Time-out is usually conducted by isolating or excluding a child from the rest of the family or classroom. In this traditional form children are sent to their room, a chair in the kitchen, outside the classroom door, or left facing a wall. Time-Out has a number of disadvantages, the primary one being that it involves the use of punishment that may seem harsh to some parents and children. Some children may become out-of-control or physically destructive when put in isolation or exclusion time-out. Fortunately, parents can use a different form of time-out, that behaviorists call “nonexclusionary time-out.“

Nonexclusionary time-out, like isolation and exclusionary time-out, eliminates reinforces (interaction with others). It accomplishes this by freezing the moment of interaction with the child for a very brief, but poignant amount of time. For example, if a child starts whining when told they must wait for dinner to eat, the parent can firmly but evenly, say, “freeze!” The parent then avoids eye contact (i.e., attention during the discipline) for a few seconds and the child is prohibited from communicating during this time. Afterwards the parent can nonchalantly carry on the task at hand or use Time-In or educational parenting tool. Be careful not to place too much emphasis on talking about the misbehavior afterwards as it might inadvertently reinforce the child to misbehave again for the attention it gains.

It might be necessary for the parent to tell the child what is going to happen during “freeze play” and the expectation that there will be no communication/eye contact during that time, so that the child knows why the parent is “acting this way.“ In addition, the old rule of thumb for time-out, one minute for every year of life, can be used in Freeze Play by substituting seconds for minutes (e.g., one frozen second for every year of life.)

Huddling is a parenting tool shorten version of a family meeting without all the fuss or preparation time.

Huddling is a quick, informal, type of family meeting that any number of family members can have together and can occur at any time or place. Football players do this before every play to make sure the team knows what the plan is and to make clear everyone’s job. Family members can stop whatever they are doing to have a quick, little meeting about a specific problem or task. Parents can play the captain by telling the family to “huddle together.” Put arms around one another for support or just gather together in a circle, face in. Talk about the problem or task and assign jobs or ask for quick input. Decide on a plan of action and say “let’ go!“ Parents can use this tool at the zoo to decide what they are going to go see first, at the restaurant to decide what everyone wants to eat, and at home to decide what toys need to be gathered up before going to the park. While these “game plans” don’t guarantee a winning season, they can coach parents on new ways to improve their performance and their satisfaction in parenting.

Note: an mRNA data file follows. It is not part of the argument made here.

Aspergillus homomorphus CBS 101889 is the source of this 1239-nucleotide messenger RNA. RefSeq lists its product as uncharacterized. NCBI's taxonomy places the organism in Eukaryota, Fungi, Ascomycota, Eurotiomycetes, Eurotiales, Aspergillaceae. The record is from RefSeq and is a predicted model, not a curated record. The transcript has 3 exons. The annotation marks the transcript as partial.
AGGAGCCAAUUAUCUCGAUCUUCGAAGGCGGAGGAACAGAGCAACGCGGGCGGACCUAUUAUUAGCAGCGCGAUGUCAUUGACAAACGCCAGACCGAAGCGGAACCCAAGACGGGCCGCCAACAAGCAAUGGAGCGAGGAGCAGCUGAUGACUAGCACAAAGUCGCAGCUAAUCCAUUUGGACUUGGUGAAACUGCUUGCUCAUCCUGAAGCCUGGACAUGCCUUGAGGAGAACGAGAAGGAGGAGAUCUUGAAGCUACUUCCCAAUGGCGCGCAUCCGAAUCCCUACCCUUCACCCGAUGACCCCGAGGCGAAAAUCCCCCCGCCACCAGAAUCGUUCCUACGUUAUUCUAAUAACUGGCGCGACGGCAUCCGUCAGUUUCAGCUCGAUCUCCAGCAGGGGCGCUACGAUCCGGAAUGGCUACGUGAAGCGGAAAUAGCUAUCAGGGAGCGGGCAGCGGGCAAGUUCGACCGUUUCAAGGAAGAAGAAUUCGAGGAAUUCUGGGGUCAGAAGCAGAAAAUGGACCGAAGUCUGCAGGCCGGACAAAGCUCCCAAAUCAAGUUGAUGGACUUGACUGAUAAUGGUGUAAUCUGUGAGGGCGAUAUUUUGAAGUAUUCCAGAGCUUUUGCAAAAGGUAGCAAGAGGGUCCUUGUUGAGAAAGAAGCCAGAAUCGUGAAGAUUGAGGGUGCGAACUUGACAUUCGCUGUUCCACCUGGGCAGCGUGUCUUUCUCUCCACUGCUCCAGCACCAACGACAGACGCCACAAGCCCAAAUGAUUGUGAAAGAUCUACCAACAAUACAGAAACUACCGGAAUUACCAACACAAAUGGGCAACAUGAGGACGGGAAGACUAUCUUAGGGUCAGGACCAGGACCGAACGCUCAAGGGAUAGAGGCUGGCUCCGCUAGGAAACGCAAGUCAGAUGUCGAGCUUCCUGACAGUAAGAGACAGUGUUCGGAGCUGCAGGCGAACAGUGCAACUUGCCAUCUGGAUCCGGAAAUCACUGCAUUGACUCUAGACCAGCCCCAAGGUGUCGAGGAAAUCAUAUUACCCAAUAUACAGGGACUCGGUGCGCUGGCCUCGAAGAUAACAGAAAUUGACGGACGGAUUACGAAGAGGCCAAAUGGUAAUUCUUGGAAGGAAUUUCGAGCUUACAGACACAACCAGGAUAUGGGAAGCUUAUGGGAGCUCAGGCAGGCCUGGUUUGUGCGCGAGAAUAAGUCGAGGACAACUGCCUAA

OK, let’s play!

Battle of Wills or Battle of Beliefs?

Many parents get into power struggles with their children over everyday tasks like homework, chores, bedtime, eating all their dinner, etc. This battle of wills can become a daily hassle that will wear out the most resilient parent.

In its extreme form, children can develop an oppositional defiant disorder which is characterized by negative, argumentative, disobedient, and hostile behaviors toward parents and authority figures. They refuse any guidance or direction from adults. Relationships turn into competitive matches where every interaction is geared toward the need to win. The subject of the argument no longer matters. The parent and child are armoring themselves to win the battle no matter what the topic. The reality is that parents can’t win every “battle”. That is exhausting! Research indicates that this battle creates even more oppositional behavior in children and the moral of the story ends up being that no one wins!

What Is Really The Problem?

The problem is not the behavior but the beliefs of the contestants in the power struggle. Instead of trying to change behaviors and win the battle of homework or chores, try to change the belief system and win over their heart. That can be difficult for the parent in the middle of a heated argument. It is even more difficult after dealing with defiant children for days, weeks, or months of non-stop fighting.

Parents are not prepared for tools of the heart that change belief structures. Most parenting tools focus on behaviors that attempt to mold children into obedient, submissive people. This is a perfect set up for oppositional defiant behavior to accelerate. Tools of the heart focus on changing oneself first and then work on creating a connection. It doesn’t confront the person. It confronts the beliefs that drive the person to act in opposition and defiant ways.